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Dengue Vaccine May Be In Sight

A new study published in The Lancet on Tuesday shows that an effective and safe vaccine for dengue may be in sight.

According to the World Health Organization (WHO), half of the world's population is at risk of dengue, a widespread virus disease carried by mosquitoes.

The virus usually produces flu-like symptoms, but it can also cause a more serious form known as severe dengue, which is a big killer and cause of severe illness in children in parts of Asia and Latin America. Most of the half million people hospitalized with the disease every year are children.

The number of people infected with dengue has risen sharply since 1970, when only 9 countries had severe epidemics. Today, it is thought to be endemic in around 100 countries worldwide.

There is no vaccine against dengue at present, and efforts to produce one are not helped by the fact the disease is caused by four different but related viruses known as DENV 1, 2, 3 and 4. Another difficulty is the disease appears only to affect humans, so animal studies would not be a useful way to test potential vaccines.

Despite this, there are several candidate vaccines for dengue under development.

This week's Lancet study is the first to report a safe and effective dengue vaccine may be possible. The Study The Phase 2b clinical trial tested CYD-TDV, an experimental vaccine from Sanofi Pasteur, who also funded the research. The trial tested the vaccine in 4,002 schoolchildren aged 4 to 11 in Thailand.

The researchers chose Thailand because dengue is endemic there, and many Thais are familiar with the disease and its symptoms.

French and Thai researchers randomly assigned the children to two groups: one received the vaccine and the other received a placebo. There were twice as many in the vaccine group as in the placebo group.

On initial analysis, the results showed while there were proportionally fewer cases of dengue in the vaccine group compared with the placebo (control) group, they were not statistically significant (76 cases/2.8% in the vaccine group, 58/4.4% in the control group).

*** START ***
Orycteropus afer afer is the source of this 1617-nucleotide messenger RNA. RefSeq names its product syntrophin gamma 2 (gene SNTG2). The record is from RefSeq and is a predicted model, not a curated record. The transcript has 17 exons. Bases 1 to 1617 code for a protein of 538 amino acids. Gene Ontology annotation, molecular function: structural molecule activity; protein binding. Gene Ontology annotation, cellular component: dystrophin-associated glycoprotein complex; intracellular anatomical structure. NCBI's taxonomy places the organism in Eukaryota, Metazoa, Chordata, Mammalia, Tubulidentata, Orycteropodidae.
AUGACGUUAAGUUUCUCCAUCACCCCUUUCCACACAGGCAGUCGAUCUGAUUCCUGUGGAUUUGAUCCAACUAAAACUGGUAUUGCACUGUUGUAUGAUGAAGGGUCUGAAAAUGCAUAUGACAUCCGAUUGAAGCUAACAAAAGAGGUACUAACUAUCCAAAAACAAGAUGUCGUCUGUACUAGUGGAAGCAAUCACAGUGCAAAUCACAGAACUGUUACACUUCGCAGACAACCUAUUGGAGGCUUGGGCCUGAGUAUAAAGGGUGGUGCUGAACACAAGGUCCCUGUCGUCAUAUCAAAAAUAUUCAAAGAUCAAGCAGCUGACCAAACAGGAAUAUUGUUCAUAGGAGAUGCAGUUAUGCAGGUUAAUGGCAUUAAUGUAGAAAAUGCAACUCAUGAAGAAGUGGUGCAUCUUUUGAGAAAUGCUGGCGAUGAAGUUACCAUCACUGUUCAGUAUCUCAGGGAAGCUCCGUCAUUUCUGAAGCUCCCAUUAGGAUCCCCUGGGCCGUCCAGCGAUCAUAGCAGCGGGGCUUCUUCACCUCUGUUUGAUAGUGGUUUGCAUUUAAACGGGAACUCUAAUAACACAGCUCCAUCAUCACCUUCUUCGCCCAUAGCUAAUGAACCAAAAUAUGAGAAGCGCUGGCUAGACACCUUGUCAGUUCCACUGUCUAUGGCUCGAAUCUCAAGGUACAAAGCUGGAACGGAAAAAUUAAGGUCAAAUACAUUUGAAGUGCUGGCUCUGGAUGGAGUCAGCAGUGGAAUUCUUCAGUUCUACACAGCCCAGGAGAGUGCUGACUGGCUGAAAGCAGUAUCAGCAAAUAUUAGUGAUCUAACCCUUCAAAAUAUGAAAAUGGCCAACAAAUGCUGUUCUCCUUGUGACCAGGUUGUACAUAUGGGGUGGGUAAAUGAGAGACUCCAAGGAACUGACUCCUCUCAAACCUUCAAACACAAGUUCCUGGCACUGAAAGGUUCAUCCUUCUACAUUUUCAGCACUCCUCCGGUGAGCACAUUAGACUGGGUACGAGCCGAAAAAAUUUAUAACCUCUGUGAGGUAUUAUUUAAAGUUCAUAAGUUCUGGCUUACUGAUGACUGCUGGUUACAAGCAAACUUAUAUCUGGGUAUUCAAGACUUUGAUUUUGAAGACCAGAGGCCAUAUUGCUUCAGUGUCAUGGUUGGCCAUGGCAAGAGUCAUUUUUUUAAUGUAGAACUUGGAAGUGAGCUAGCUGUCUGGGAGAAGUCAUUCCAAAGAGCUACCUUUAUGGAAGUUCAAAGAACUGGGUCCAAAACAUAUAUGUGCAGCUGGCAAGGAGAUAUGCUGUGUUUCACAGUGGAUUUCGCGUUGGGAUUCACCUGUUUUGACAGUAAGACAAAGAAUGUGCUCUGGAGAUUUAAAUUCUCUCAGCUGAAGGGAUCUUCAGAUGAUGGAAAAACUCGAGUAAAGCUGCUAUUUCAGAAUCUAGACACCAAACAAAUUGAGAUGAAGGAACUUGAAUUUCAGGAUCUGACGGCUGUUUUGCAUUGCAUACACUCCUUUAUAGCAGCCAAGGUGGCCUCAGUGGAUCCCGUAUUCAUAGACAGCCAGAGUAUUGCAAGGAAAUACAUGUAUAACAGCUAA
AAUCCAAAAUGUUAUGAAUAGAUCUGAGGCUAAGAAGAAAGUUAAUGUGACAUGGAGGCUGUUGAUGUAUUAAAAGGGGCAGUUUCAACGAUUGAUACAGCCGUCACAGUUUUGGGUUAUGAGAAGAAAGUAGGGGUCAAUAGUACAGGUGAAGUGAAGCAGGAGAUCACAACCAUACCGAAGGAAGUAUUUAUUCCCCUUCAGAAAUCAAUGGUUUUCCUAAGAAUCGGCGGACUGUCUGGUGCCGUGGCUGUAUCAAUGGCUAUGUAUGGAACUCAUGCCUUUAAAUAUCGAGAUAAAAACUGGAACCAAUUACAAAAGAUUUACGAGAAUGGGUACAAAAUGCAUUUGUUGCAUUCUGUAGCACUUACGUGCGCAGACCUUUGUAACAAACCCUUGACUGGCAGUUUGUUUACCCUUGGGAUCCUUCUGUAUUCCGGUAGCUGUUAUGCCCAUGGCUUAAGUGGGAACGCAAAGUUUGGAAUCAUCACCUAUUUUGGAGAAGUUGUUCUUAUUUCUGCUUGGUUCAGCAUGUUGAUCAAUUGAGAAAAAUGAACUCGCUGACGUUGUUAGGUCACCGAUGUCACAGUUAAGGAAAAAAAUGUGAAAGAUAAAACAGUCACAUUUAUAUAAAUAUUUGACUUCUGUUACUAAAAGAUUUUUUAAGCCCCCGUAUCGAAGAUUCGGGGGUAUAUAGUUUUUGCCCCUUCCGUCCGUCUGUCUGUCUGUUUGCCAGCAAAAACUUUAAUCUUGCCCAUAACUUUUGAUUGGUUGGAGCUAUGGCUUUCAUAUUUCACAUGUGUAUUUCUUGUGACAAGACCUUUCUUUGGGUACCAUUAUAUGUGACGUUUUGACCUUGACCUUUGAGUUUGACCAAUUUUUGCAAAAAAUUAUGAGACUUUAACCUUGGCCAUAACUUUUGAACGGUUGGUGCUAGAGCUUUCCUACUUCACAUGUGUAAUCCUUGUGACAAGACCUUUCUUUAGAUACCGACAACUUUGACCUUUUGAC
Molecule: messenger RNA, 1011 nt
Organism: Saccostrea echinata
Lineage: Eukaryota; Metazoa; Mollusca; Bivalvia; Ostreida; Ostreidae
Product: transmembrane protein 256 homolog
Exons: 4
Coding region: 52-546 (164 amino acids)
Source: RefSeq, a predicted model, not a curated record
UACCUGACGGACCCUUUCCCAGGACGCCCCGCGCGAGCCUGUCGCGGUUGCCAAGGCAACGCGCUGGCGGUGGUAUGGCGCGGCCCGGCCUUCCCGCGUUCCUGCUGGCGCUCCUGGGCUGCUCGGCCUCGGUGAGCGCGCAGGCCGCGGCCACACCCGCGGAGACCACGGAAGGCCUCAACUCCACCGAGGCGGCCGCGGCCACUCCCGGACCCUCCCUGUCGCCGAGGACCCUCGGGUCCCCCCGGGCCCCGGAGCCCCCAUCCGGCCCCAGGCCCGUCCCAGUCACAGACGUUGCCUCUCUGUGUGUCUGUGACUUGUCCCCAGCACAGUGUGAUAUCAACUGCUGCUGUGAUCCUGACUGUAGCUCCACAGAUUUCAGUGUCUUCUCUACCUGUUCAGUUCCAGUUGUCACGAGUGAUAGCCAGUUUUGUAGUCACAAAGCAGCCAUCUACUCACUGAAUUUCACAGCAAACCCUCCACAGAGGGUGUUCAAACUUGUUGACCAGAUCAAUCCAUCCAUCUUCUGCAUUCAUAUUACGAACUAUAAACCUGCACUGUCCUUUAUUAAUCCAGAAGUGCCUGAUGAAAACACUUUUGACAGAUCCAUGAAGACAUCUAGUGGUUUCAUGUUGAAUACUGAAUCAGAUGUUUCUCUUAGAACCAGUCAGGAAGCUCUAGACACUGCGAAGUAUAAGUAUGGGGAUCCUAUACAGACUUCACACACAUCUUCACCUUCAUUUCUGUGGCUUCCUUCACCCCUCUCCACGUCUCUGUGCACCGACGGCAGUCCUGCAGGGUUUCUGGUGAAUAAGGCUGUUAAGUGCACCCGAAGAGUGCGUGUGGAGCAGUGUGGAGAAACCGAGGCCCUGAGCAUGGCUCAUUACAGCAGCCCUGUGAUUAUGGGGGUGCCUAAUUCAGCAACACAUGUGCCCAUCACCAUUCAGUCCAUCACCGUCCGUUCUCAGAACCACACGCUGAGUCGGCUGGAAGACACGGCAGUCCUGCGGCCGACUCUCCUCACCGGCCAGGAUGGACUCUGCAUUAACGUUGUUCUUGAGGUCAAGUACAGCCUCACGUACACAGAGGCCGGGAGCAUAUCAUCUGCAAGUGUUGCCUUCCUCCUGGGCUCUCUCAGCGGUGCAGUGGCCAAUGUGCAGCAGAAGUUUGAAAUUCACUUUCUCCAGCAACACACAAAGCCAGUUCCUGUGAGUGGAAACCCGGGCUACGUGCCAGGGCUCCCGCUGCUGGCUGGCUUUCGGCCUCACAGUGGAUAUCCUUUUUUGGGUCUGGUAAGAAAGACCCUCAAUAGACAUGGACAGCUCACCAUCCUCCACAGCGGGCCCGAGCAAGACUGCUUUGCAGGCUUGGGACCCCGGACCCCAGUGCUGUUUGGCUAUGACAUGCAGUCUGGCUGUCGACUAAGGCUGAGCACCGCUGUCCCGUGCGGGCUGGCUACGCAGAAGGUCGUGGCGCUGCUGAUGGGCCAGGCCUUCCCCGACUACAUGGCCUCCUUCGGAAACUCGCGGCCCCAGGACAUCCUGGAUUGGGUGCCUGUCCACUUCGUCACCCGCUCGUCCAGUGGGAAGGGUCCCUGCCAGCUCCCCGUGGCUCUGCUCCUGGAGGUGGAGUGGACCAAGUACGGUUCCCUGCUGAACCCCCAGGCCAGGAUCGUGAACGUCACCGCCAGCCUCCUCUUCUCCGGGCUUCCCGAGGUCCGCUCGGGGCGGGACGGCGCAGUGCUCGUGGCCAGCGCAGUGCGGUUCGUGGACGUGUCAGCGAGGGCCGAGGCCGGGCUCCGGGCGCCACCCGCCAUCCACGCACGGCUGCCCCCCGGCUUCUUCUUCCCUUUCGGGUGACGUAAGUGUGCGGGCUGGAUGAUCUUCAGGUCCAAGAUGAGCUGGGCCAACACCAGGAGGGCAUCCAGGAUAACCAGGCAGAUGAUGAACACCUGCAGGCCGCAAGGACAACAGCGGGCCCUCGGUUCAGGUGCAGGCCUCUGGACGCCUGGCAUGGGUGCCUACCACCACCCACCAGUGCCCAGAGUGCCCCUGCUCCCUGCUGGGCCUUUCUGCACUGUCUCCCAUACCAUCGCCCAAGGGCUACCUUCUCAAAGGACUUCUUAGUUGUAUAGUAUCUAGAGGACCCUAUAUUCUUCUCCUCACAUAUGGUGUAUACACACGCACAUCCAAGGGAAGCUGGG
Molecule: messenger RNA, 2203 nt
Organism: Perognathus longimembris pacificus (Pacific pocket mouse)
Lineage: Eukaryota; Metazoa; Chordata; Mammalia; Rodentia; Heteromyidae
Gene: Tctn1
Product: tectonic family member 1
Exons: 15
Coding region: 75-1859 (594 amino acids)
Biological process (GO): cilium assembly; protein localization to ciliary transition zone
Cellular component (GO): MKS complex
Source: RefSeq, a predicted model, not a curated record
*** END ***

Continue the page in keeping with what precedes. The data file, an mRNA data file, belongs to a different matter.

But further analysis showed the vaccine protected well against DENV 1, 3 and 4 (ranging from 60 to 90%), and it was only DENV 2 that appeared to resist vaccination.

Also, the vaccine appeared to be safe, with no serious side effects reported in the vaccine group.

The researchers note that although the trial only took place in one region, the results are a major step forward in the search for an effective vaccine against dengue.

Co-author Derek Wallace of Sanofi Pasteur, told the press:

"Our study constitutes the first ever demonstration that a safe and effective dengue vaccine is possible." What Next? Wallace said the vaccine is already being tested in larger trials taking place in several other countries. He and his colleagues hope those trials will confirm these early results.

In an accompanying Comment article in the same issue of the journal, Scott Halstead, of the International Vaccine Institute in Seoul, notes:

"Results from this vaccine trial provide hard evidence of protection against DENV 1, 3 and 4 mild disease but insufficient data to calculate vaccine efficacy rates for severe disease."

"Future dengue vaccine trials should provide robust evidence of efficacy against severe disease by selecting populations weighted to assure inclusion of sufficient numbers of at risk children," he adds.

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